Everyone’s a Critic
One nice perk about hiding out in the hermitage of higher education is that you rarely have to deal with mean-spirited criticism. At least, you should rarely have to deal with mean-spirited criticism—the collegial atmosphere we try to foster here at the University of Minnesota promotes mutual respect, and I think most universities aim for a similar vibe. My fellow students and I differ in the ways we write music and, indeed, in the critical and aesthetic assumptions by which we operate, but each of us wants to understand what makes the others’ musical hearts tick, and we treat each other like rational, intelligent people.
Today I had the novel experience of hearing that a passage in a piece of mine “sound[ed] stupid.” Has anybody gotten this line before? It’s a little off-putting: You certainly don’t see it coming, that’s for sure. It sort of reminded me of the time a new acquaintance asked if I was a teaching assistant; I told her that I’d received a fellowship that temporarily freed me from teaching responsibilities, and she said, “That’s gay.” Really? Gay?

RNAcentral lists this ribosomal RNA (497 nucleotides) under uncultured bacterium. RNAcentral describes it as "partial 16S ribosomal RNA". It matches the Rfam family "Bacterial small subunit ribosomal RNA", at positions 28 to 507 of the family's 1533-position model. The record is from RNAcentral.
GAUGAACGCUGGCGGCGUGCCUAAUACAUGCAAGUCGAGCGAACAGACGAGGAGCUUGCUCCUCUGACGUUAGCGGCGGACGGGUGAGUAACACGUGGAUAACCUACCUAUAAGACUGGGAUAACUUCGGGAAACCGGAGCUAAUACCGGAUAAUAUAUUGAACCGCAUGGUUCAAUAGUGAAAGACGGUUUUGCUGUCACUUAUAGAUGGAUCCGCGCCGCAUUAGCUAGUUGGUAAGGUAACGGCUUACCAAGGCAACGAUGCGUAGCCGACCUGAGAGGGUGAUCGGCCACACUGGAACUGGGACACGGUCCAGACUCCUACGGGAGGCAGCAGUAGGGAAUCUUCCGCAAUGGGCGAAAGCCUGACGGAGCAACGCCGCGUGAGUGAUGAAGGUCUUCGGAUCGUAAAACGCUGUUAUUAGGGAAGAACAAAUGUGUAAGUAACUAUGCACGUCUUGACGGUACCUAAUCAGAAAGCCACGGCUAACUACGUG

Stupid? Really? What a strange, Anglo-Saxon word to use in the ordinarily erudite and high-minded context of new music. What makes it worse yet is that this particular passage does sound a bit stupid, in the strict sense of the word. Here are the offending bars, if you’re curious.
The material—played by the clarinet, bassoon, piano, and low strings—is supposed to be crudely manipulative: If you find it pretty (which I do), you should also be moved to consider the possibility that you’re capitulating to habituation and aesthetic programming. The jagged upper material should be a red flag of sorts. It’s stupid, sure, but my hope is that the overall effect is cunning, if not properly “smart.” Even if you think it’s dumber than a bag of hammers, I bet you could find a more helpful way to phrase that sentiment than “stupid.”
Anyway, I wanted to share this bizarre experience with you all. It feels a little like I was punched in the face: Aren’t we supposed to be adults here?